Sugar on Snow Recipe

The Holidays are always a time for going home.

For visiting family and loved ones.

And a time for traditions.

Sugar on Snow Syrup on the Stove

But as we get older, as much as we want them too – things just don’t usually stay exactly as they were.

Traditions change and adjust.

We have to move between multiple households, or maybe our childhood home is no longer even part of our family.

Sugar on Snow butter on the pot

But there are certain traditions, that are part of the fiber of our families, that can continue no matter where we are.

Sugar on Snow Syrup Boiling

For my husband’s family, and now hopefully for our children – that tradition is Sugar on Snow.

Sugar on Snow Candy Thermometer

All you need is some fresh clean snow, maple syrup (the real deal), a candy thermometer and a bunch of people to share it with.

Simply gather your snow inside.

Sugar on Snow Snow in Bowls

Place your syrup in a saucepan on the stove.

Use a knife to spread butter around the whole outer edge of the pot. This will magically keep the boil from overflowing out of the pot (and the hideous mess that would follow).

Watch the thermometer until it reaches between 230 and 232 degrees. You should start testing it some snow when it gets closer. If you go to far it will turn really hard when it hits the snow. If that happens, just add some fresh syrup to the heated syrup.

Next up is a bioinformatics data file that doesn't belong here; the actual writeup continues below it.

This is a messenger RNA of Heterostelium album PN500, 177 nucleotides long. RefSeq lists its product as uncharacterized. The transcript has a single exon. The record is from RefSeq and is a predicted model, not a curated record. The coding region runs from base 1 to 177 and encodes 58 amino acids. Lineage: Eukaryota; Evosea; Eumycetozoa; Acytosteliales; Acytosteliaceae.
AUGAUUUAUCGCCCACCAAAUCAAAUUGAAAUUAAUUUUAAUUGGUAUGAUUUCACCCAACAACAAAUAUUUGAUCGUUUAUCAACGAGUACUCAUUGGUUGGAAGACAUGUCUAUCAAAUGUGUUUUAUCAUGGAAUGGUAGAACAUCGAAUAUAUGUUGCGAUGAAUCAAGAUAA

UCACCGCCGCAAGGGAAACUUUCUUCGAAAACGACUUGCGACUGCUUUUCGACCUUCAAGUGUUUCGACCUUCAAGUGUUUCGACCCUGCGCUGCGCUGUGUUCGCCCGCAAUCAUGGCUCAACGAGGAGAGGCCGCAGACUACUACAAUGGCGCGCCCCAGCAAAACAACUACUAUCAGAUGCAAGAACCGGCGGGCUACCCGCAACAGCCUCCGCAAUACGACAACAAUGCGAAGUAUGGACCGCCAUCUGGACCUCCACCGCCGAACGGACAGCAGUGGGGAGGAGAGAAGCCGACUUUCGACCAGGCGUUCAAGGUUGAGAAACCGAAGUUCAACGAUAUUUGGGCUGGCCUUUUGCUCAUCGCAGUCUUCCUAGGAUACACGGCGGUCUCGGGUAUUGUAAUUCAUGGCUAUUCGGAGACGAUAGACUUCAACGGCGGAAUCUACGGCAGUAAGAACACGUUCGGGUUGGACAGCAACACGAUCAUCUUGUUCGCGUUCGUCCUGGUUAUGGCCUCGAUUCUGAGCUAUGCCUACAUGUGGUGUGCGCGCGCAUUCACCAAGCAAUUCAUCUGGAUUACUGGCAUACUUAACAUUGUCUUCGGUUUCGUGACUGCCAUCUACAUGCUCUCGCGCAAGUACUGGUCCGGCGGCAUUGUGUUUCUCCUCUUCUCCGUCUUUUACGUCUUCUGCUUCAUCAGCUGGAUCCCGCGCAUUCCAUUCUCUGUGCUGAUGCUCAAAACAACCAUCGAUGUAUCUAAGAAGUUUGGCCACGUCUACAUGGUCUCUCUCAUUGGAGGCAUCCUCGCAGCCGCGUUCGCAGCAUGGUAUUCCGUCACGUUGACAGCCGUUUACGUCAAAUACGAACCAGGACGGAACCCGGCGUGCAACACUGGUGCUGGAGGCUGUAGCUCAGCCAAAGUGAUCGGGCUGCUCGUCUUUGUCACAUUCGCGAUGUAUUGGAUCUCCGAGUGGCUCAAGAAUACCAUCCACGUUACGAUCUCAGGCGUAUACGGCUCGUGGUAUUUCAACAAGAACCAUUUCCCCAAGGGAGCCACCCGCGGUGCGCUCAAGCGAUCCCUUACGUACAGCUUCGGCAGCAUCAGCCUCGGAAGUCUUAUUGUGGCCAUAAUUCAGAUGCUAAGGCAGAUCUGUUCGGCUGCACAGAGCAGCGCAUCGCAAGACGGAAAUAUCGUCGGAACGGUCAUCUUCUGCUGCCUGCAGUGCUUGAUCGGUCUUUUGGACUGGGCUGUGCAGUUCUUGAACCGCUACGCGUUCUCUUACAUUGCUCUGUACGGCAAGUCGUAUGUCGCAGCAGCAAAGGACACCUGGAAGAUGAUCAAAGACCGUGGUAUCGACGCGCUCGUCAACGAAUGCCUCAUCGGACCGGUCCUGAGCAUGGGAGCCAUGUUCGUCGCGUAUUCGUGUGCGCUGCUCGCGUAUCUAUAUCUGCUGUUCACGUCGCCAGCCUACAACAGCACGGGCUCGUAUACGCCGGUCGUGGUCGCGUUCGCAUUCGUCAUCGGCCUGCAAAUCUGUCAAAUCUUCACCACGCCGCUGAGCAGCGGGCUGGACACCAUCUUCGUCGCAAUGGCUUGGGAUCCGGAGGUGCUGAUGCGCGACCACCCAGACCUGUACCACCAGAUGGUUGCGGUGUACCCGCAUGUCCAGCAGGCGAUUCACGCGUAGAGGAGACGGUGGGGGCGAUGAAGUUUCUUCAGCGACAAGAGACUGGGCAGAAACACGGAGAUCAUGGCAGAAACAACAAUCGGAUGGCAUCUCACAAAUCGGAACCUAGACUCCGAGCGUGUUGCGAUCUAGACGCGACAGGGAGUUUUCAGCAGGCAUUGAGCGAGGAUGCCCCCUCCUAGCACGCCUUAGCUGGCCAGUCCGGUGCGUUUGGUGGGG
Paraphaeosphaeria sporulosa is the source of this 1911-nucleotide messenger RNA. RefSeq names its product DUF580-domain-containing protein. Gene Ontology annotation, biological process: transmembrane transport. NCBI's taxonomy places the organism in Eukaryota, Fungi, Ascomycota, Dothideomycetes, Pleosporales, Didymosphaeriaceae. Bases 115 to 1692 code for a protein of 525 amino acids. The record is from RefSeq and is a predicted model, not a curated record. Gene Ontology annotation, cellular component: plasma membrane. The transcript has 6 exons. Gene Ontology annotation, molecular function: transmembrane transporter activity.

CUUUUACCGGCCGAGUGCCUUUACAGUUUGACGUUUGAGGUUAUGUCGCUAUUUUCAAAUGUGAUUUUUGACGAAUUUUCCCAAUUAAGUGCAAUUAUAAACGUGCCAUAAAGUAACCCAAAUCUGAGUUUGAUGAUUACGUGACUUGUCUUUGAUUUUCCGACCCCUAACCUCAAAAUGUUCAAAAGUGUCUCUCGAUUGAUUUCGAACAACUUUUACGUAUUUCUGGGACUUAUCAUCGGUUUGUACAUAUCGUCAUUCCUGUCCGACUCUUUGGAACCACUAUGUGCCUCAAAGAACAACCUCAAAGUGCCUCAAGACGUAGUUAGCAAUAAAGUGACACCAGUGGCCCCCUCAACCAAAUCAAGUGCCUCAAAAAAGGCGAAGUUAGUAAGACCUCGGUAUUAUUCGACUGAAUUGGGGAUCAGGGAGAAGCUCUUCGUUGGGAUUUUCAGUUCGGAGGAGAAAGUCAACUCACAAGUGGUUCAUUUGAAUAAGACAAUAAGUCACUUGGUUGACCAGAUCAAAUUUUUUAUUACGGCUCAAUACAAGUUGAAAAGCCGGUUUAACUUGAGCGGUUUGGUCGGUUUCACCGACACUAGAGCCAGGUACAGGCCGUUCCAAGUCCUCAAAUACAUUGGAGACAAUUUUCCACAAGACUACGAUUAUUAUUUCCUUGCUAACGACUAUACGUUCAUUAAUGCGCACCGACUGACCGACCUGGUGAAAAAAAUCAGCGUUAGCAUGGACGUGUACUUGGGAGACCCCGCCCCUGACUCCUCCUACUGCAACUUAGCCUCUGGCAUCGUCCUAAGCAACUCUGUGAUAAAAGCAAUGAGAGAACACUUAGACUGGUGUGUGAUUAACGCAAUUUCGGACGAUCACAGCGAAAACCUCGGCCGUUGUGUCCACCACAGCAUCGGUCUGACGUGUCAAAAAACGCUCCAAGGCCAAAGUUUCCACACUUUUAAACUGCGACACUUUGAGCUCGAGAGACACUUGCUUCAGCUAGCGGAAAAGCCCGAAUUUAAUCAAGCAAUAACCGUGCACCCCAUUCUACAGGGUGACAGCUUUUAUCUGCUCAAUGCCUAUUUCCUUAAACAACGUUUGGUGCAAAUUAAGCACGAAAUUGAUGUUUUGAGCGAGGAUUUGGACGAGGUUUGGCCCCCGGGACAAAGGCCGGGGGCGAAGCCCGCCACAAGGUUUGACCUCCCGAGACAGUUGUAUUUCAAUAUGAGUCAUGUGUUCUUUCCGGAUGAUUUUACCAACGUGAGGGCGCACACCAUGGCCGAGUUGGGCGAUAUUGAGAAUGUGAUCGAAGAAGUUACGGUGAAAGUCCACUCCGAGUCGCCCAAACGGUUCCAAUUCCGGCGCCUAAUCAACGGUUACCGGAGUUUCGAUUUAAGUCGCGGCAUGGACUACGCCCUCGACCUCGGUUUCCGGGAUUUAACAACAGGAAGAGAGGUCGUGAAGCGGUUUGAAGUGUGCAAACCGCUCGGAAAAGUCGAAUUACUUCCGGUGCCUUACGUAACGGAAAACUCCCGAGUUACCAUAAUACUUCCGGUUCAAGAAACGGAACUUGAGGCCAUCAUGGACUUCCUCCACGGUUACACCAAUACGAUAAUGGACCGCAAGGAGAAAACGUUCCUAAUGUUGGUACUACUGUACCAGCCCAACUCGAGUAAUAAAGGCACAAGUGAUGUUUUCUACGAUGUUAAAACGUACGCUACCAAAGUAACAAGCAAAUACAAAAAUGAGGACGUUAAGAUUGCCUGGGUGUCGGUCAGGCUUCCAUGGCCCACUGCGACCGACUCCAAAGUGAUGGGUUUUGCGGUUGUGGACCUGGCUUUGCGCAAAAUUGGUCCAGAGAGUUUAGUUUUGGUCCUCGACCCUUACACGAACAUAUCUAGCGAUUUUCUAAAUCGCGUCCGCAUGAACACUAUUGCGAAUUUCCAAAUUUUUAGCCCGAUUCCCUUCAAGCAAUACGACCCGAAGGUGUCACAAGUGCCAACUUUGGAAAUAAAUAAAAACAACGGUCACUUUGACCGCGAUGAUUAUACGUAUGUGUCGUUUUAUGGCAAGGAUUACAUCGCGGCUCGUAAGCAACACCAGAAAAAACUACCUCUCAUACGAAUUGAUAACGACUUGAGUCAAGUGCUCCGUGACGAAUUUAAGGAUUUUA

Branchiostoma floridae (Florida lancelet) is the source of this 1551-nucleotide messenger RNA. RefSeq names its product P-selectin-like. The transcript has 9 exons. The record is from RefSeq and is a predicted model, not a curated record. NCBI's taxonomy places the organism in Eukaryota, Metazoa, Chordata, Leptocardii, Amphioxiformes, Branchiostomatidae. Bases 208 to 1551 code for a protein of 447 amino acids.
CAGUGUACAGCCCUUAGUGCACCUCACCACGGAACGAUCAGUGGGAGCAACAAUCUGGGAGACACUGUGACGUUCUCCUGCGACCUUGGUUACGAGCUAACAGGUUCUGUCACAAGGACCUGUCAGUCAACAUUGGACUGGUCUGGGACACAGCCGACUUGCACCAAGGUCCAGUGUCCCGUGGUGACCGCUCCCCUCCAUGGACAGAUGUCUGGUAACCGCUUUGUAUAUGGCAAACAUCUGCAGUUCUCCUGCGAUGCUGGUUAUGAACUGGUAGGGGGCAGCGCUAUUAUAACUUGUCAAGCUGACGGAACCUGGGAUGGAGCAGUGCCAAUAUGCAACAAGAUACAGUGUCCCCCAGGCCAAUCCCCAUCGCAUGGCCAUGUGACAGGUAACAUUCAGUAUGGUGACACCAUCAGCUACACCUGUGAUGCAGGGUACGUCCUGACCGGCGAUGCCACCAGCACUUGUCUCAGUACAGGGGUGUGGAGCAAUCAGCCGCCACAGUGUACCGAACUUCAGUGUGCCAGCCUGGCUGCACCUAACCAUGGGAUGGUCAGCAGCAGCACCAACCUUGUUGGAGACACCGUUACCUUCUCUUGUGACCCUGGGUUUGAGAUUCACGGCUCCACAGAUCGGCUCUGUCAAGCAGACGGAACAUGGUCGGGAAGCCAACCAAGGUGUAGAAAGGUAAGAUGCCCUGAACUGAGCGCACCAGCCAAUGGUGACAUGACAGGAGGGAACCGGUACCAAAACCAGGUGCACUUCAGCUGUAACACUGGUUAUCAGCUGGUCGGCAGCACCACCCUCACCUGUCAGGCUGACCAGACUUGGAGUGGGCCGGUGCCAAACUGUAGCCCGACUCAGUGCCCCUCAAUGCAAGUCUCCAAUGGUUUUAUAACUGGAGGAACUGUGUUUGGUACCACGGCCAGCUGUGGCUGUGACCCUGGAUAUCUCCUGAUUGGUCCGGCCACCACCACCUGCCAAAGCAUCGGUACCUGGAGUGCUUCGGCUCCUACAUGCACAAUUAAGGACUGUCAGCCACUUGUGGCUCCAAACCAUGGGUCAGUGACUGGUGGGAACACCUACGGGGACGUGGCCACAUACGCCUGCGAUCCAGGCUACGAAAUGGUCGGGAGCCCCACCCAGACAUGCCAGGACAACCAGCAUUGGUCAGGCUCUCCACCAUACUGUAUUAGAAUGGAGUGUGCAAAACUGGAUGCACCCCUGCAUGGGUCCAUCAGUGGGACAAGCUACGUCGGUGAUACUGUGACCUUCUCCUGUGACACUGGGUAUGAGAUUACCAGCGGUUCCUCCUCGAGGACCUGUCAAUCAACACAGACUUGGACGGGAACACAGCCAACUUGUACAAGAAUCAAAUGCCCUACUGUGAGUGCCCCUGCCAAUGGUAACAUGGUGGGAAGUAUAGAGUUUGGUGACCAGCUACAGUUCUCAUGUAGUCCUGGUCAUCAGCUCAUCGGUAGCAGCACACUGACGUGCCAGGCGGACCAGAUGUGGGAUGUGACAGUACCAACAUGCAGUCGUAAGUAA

Sugar on Snow snow

Gather up your love ones and fill their bowls with snow.

Sugar on Snow Scooping Snow into Bowls

Sugar on Snow Line Up

Pour the hot syrup over the snow and it instantly turns to a thick candy like consistency.

Sugar on Snow Pouring the Syrup

Mix with some snow, or just pull it out on its own and you have a yummy sweet treat.

Sugar on Snow Spoonful

And so my daughters learned from their cousins and their Aunt.

And hopefully they can carry this with them to do with their own children and nieces and nephews.

Sugar on Snow Peanut

Any my husband’s childhood memories, which truly are made of gold, can continue.

Thanks so much for reading.

December 30, 2012 — Laura Putnam